A 53-year-old diabetic woman presents with gross hematuria, fever, and flank pain. She has a history of recurrent urinary tract infections. An abdominal computed tomography scan reveals an enlarged left kidney with renal calculi and diffuse involvement by numerous ill-defined masses. Urine culture is positive for Escherichia coli. A left radical nephrectomy is performed. Gross examination reveals diffuse, irregular, ill-defined yellow nodules with necrosis. The pelvicalyceal system is dilated, and several renal calculi are identified.

Master List of Diagnoses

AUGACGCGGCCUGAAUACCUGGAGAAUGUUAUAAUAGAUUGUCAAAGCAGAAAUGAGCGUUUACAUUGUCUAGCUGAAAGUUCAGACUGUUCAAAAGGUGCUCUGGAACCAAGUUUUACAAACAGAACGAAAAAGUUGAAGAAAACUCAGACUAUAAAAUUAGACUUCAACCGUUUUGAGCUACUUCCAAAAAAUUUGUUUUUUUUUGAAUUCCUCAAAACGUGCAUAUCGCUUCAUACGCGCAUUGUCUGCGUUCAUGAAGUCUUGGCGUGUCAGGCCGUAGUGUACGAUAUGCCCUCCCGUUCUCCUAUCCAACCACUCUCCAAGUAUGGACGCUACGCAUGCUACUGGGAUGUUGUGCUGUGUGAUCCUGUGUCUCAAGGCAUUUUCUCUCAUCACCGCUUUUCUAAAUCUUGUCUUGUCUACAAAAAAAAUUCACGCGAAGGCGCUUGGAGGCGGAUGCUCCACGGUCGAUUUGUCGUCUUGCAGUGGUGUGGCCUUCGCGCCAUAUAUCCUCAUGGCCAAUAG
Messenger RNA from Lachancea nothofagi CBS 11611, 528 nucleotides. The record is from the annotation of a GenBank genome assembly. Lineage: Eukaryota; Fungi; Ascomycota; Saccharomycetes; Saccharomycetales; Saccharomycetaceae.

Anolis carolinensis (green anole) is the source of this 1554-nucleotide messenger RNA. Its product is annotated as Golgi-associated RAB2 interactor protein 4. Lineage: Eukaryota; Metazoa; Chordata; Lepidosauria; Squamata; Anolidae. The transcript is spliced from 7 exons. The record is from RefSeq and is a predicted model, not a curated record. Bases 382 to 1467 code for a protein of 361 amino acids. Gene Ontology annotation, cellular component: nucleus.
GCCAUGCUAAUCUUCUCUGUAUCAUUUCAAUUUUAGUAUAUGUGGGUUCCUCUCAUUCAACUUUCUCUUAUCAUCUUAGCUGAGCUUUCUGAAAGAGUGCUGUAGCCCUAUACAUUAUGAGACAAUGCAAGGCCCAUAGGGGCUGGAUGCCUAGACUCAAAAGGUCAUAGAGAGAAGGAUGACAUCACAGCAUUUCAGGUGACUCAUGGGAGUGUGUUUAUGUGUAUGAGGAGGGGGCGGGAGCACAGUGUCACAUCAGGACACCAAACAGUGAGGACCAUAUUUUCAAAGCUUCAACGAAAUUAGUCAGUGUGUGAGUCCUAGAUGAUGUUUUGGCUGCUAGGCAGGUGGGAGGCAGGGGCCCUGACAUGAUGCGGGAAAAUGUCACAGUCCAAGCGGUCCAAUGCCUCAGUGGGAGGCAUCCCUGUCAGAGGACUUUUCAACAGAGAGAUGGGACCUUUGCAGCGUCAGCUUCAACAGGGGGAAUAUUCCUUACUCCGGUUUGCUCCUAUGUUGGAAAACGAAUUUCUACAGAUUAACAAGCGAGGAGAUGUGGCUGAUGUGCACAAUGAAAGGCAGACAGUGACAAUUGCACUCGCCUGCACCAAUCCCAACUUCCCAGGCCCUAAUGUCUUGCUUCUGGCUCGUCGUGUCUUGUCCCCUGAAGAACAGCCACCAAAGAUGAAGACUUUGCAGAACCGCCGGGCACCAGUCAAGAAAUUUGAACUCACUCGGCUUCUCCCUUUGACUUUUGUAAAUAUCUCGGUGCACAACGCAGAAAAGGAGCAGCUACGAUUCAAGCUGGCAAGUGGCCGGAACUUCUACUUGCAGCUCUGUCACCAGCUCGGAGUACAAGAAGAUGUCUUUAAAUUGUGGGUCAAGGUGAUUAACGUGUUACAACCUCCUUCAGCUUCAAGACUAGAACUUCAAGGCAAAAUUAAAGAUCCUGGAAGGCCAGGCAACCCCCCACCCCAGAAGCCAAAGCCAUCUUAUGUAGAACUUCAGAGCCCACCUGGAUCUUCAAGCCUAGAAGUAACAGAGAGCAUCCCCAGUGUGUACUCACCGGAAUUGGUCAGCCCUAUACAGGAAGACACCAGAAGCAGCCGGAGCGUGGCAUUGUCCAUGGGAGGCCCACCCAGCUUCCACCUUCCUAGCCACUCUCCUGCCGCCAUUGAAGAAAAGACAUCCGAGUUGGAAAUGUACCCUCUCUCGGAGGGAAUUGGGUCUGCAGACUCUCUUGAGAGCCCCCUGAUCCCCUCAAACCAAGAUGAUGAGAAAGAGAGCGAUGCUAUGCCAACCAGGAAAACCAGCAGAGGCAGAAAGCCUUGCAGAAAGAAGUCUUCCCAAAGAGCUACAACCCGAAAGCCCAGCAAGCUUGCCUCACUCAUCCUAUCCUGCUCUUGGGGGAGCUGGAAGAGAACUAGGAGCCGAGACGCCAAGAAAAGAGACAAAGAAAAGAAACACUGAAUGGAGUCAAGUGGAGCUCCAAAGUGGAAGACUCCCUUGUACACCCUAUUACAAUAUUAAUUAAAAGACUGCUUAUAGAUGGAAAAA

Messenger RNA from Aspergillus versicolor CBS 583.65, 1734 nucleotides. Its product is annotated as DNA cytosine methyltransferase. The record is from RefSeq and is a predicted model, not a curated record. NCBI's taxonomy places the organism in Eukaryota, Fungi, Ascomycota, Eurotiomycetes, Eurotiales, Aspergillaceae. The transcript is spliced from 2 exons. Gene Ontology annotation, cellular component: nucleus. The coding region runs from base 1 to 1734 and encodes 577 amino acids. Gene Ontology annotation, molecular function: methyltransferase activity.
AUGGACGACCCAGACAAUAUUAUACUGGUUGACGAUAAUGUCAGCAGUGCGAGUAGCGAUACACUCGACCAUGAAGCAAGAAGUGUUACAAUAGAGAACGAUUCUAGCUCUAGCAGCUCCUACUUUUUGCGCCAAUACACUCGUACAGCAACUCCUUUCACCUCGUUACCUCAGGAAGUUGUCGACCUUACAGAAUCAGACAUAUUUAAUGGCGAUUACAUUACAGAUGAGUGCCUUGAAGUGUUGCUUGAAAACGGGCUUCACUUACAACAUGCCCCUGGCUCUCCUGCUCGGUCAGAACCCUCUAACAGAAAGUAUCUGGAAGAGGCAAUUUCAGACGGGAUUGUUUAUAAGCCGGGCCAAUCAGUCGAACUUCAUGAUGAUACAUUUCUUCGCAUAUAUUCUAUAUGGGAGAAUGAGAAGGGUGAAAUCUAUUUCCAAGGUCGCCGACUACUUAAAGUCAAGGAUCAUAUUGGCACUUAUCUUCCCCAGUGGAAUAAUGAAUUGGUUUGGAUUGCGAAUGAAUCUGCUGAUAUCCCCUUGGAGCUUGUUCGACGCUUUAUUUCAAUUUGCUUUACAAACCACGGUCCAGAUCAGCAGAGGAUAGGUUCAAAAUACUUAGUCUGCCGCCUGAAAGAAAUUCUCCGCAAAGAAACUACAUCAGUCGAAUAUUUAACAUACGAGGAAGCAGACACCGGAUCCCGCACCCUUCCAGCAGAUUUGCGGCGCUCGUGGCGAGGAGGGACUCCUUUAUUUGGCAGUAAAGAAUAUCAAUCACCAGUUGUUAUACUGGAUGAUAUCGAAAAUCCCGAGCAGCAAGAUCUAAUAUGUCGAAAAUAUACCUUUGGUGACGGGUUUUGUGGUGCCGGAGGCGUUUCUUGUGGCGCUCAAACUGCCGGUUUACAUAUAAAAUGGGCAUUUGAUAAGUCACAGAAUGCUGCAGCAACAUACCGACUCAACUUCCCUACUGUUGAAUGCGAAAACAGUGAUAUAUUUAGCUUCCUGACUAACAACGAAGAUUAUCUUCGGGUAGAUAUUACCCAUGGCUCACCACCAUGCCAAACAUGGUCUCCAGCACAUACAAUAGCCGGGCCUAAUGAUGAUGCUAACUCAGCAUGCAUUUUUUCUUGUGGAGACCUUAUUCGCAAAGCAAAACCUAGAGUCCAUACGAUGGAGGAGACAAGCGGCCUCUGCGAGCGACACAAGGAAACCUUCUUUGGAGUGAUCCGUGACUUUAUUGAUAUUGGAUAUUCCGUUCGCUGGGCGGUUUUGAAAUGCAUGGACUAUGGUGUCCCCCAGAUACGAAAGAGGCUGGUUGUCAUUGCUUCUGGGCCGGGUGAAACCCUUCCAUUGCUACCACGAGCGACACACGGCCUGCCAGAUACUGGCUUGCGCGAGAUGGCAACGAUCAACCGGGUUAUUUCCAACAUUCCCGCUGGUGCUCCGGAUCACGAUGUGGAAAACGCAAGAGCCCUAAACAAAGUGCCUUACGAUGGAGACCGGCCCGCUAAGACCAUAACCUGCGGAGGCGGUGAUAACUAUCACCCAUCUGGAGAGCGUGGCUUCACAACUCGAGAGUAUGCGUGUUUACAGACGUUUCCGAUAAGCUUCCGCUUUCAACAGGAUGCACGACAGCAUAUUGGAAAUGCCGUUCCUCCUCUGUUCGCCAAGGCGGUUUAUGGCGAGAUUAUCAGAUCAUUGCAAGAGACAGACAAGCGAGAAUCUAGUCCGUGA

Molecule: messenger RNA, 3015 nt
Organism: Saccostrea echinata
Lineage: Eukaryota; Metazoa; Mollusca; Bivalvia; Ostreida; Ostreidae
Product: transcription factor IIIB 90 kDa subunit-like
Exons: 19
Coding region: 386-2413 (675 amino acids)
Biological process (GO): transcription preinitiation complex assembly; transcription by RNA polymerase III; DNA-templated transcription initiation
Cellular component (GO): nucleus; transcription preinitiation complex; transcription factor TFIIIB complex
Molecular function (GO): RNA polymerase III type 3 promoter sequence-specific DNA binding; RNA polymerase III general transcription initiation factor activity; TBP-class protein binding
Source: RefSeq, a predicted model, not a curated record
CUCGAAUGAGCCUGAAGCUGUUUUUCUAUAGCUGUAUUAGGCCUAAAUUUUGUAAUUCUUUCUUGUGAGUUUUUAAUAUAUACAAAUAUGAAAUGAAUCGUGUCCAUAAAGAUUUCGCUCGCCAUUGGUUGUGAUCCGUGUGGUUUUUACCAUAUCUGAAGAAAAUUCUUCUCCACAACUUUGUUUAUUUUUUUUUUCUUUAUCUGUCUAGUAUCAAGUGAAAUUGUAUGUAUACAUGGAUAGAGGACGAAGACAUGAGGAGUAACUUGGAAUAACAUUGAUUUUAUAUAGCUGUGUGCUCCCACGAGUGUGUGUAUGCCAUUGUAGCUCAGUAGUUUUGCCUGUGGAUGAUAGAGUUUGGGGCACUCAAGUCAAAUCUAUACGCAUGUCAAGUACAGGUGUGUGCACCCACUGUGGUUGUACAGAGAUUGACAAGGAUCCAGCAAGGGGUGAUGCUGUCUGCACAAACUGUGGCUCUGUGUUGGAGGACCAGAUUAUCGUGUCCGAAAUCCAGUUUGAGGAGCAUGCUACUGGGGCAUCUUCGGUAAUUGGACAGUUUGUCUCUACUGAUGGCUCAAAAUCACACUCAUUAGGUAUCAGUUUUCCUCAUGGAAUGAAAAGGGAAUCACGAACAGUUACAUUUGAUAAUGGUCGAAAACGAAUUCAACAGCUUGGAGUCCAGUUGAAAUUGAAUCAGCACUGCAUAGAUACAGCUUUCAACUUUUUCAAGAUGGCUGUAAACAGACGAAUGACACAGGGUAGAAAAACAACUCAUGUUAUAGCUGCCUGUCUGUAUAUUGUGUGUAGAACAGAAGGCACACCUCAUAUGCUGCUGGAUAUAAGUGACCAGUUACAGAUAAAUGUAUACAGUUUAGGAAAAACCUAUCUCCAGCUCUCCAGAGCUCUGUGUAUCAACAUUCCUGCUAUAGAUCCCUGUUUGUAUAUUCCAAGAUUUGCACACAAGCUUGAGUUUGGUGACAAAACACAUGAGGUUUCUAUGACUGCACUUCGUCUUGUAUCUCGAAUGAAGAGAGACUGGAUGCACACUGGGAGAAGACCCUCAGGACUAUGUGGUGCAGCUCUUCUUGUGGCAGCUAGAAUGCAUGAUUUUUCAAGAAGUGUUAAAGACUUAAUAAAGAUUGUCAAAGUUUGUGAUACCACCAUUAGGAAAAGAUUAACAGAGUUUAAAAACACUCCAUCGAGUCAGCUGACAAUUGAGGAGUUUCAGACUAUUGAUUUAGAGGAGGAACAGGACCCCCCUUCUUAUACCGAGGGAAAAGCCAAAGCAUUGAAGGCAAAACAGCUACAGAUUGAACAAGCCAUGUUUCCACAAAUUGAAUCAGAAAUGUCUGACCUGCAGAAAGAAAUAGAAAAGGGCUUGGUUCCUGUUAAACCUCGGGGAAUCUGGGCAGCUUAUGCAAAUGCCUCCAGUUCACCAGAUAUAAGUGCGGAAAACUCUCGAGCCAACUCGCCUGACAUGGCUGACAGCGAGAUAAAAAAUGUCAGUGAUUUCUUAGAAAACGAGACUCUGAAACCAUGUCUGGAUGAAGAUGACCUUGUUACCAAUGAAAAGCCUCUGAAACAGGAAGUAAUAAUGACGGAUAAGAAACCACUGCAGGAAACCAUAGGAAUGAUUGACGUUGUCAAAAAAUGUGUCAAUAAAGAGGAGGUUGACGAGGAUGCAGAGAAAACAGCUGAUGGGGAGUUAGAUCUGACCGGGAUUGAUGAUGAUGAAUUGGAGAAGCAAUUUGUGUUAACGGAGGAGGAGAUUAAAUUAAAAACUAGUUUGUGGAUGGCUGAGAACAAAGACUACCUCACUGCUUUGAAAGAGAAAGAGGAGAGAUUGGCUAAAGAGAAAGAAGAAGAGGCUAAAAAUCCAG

• Acute pyelonephritis with abscess
  • Lipomatosis
  • Renal cell carcinoma
  • Renal malakoplakia
  • Tuberculosis
  • Xanthogranulomatous pyelonephritis
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This case first appeared as Performance Improvement Program in Surgical Pathology (PIP) 2020, Case 15, and is xanthogranulomatous pyelonephritis (kidney). The information provided in this case was accurate and correct at the time of publication in 2020. Any changes in terminology since the time of publication may not be reflected in this case.

Criteria for Diagnosis and Comments

Histologic sections show nodules composed of clusters of foamy histiocytes with abundant clear cytoplasm. Inflammation, including microabscess formation, is also noted in some of the sections. The surrounding kidney shows chronic inflammation and renal tubular atrophy, consistent with chronic pyelonephritis. The morphologic findings are consistent with xanthogranulomatous pyelonephritis (XGP).